Pension age to rise from 55 to 57 – How will this affect you?

Following consultation earlier in the year the government has confirmed that it will legislate a rise to the normal minimum pension age to 57 after the 5th April 2028. 

The normal minimum pension age or NMPA is the minimum age at which most pension savers can access their pensions without incurring a payments tax charge. This is set to increase from the current age of 55 to 57 come April 6th 2028. 

A similar increase was seen in 2010 when the NMPA jumped from aged 50 to age 55 and in 2014 where, following the consultation on ‘Freedom and Choice in Pensions,’ the government declared it would be raising the NMPA to age 57 in 2028 to coincide with the raise of the state pension age to 67.

The government released a consultation document detailing the change and the rationale behind it, stating that increasing the minimum pension age reflects “increases in longevity and changing expectations of how long people will remain in work and in retirement.” 

People working in certain public sector roles such as the police and armed forces will not be affected by this pension age hike. 

How will the impact of this change affect me?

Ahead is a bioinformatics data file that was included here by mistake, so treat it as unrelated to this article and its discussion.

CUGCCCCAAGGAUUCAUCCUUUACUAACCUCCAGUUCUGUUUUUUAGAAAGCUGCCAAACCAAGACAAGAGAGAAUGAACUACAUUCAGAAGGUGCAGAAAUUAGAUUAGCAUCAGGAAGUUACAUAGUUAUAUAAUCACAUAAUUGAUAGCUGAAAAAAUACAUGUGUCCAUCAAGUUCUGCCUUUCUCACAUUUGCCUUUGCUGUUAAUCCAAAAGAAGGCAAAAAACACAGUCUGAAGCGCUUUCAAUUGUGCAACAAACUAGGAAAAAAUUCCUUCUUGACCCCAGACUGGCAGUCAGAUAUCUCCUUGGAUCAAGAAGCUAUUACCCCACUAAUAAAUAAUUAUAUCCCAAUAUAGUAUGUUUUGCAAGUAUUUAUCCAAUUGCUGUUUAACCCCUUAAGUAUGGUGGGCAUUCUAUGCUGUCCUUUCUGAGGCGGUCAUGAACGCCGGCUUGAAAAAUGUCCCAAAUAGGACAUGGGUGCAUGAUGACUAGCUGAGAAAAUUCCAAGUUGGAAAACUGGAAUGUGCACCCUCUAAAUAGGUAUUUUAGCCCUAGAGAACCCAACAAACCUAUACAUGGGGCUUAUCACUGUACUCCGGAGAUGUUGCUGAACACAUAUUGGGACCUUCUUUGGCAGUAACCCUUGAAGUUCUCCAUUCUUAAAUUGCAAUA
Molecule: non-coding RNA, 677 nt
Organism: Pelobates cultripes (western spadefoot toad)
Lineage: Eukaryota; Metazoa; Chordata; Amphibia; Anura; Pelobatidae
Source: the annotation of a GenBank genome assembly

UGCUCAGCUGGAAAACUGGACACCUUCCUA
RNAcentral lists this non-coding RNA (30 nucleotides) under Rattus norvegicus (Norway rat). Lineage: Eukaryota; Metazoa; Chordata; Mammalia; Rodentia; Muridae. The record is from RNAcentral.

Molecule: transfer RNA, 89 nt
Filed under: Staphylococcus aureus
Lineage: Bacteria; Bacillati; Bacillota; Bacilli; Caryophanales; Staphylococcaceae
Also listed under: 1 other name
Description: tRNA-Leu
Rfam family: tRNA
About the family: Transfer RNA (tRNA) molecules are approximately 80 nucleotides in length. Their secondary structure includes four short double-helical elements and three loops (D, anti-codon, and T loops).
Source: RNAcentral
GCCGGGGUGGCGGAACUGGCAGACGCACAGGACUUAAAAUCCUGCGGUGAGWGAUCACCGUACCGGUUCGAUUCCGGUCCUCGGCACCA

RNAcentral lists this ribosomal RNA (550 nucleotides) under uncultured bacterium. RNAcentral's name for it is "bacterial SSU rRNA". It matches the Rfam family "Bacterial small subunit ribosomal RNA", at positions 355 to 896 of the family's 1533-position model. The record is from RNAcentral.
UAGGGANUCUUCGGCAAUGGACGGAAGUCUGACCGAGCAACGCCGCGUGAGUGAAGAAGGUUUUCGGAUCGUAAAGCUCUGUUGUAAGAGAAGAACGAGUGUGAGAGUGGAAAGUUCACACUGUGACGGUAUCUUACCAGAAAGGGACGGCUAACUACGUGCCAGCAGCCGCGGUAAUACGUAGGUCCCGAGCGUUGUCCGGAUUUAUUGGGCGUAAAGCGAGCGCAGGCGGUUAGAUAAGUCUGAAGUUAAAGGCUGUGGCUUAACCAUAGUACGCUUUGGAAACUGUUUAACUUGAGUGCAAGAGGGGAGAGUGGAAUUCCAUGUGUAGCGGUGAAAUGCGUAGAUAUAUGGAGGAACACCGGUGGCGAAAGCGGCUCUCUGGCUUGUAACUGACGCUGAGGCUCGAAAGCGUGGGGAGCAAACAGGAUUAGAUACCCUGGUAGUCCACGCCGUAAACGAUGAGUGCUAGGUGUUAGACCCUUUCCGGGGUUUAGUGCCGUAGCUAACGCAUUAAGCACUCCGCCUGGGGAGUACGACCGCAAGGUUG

Given the notice that has been given in the lead up to the change the measure is not expected to have an impact on family stability, although the financial repercussions will depend wholly on the individual circumstances of different schemes.

However, this measure will of course impact those nearing retirement more than those younger, simply as those who are closest to the previous normal minimum pension age will have far less time to adjust and may even find it impossible or impractical to change schemes in order to maintain their original plans for retirement

How can I plan for this? Can I avoid it?

Aspects of this change may be able to be worked around with careful planning. According to Which?, under draft legislation released by the government, persons who join a pensions scheme that allows access at age 55 before 6th April 2023 will be able to still access their money at that age, even if they will not reach age 55 until after the change in April 2028. So, it’s worth checking your policy details to see if your scheme will be affected or not.

If you want to beat the pension age hike, you will also need to consider the possible consequences of switching providers. Early exit fees, losing long standing benefits and changes in investment returns are all difficult factors to consider for what is essentially only a two-year difference in pension access.

If you’re looking for advice on your retirement plan or concerned about how these changes might affect you, why not get in touch. We’re currently offering all those with £100,000 or more in pensions, savings and investments a free cash flow forecast worth £500.

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